Am I confused?

Am I hopelessly confused, but can’t “APIs to facilitate sharing connections between [AJAX] frameworks and components” can already be done, at least for Mozilla, using XPCom (which would also put some end to the endless stream of “How do I do synchronous XmlHTTPRequests?” questions
“and Don’t!” answers)…

5 thoughts on “Am I confused?

  1. Synchronous XmlHTTPRequests, that’s a good one. Of course, our site as a “synchonized ( Session ) {” snippet so as to serialize requests from a single browser, to help out those people who feel that clicking more often will make the site work faster. In any case, what exactly is “sharing connections between frameworks” actually mean. On the client browser, or on the server? I can’t see how either really makes sense. If it’s the client, then the client ought to be generating a request *within* a framework and it’s supposed to ship off the xml and be done. What do you want, one framework to use javascript to open a XmlHTTPRequest back to the server, keep the connection open, and pass it off to some other framework — like flash for instance? Now, is that … smart? If it’s the server, well I don’t see how that makes any more sense at all because you already have a server that manages the connections and serves them up to your app server. And a session framework, to make sure the right server gets it.

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      • That’s true. In any case, if the question is just to synchronize request connections, and the sharing the actual connection has a known solution, then it shouldn’t be hard. You would just have to create a external mutex. If there’s a specific known connection that needs to be shared, then you can do a key lookup into a shared resource. I would NOT try to do Inter Process Communication for messaging on this one. Assuming that both environments share a session key, and you have a pending xml requestion connection that the OS has open. Possibilities that would serve as the shared resource include … … open a lockfile, and piggyback on the OS’s locking. The filename would be the key. … open a database row read-write and let the database lock the other rows. The primary key is the connection key, and have both processes try to, say, increment a counter on that row. When process A is done with the connection, it ups the counter and commits, thereby releasing the lock. The second connection can poll the db periodically to see if the row is updatable. I have this feeling that I’m not understanding the issue, though … ?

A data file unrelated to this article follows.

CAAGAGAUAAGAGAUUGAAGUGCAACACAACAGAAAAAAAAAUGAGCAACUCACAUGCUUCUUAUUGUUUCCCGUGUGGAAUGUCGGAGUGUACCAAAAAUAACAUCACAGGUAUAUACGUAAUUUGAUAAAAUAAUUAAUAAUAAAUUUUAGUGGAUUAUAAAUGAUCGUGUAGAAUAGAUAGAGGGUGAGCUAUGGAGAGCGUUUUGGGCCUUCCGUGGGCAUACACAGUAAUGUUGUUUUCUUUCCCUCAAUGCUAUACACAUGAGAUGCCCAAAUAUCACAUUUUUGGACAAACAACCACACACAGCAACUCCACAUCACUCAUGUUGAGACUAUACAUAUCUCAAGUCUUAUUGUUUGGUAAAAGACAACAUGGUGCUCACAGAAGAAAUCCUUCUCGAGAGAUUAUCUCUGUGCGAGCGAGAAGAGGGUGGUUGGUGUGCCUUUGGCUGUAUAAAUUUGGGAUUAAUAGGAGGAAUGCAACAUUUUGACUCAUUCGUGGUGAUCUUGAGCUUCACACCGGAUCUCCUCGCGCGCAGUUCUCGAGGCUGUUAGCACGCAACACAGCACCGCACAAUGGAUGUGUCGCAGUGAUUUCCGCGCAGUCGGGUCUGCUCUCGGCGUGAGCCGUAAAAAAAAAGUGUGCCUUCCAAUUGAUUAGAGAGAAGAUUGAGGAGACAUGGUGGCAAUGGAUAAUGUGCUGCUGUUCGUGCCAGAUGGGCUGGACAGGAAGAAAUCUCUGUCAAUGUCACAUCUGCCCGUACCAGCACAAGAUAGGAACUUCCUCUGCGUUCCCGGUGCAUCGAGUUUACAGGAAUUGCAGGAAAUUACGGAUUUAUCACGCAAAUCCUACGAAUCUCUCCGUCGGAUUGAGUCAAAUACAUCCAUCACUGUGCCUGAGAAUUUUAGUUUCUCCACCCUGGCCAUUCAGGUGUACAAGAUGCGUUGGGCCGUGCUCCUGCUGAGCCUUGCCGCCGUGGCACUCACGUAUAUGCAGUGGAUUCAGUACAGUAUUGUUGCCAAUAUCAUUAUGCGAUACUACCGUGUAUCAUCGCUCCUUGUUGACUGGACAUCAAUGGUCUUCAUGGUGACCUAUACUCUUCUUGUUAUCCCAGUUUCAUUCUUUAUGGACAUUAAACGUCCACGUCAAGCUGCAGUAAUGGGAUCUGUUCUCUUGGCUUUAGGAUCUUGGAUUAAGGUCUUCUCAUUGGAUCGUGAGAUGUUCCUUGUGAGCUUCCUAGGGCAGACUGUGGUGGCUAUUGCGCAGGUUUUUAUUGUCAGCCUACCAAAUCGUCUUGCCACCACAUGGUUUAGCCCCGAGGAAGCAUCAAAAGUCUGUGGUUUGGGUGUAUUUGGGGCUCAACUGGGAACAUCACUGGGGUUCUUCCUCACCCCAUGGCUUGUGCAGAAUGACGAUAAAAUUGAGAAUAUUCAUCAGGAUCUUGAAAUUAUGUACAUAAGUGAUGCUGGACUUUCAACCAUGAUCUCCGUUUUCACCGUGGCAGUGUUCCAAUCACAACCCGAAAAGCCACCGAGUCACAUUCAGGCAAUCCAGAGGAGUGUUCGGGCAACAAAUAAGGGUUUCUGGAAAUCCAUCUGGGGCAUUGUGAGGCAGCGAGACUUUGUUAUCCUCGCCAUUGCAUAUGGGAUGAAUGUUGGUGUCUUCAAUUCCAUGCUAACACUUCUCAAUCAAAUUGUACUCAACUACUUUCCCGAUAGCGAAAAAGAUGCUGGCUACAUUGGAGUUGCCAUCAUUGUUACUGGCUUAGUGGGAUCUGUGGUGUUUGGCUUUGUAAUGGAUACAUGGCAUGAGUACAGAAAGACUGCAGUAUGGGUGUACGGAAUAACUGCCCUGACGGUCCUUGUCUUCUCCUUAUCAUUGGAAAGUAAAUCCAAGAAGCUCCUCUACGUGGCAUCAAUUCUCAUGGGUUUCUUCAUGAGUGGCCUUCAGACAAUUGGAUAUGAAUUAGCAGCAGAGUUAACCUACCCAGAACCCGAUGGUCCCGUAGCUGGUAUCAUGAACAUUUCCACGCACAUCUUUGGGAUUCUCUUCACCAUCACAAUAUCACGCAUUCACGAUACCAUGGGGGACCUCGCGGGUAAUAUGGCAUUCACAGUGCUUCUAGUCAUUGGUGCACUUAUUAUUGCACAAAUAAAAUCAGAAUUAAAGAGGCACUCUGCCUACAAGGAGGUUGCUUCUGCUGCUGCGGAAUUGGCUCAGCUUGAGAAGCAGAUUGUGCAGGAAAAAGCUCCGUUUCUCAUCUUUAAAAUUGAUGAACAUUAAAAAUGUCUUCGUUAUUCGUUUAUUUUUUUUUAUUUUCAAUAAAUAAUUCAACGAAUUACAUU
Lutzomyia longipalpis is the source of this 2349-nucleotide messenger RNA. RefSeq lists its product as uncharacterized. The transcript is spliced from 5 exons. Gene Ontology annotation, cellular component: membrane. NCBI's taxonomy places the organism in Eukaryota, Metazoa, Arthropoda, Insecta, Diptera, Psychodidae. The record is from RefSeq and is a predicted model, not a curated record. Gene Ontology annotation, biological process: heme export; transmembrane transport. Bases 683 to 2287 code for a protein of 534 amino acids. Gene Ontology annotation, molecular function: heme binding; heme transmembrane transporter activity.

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    • > Now, is that … smart? That’s Web 2.1. Or something 🙂 The point was (or I inferred it to be, perhaps, because that’s what I am interested in) is that you may want more than one connection if you have a very rich app. (And you may want synchronous requests sometimes, actually; and now you are reduced to making some modal lightbox/popup that disallows interaction with the app while you are doing something…

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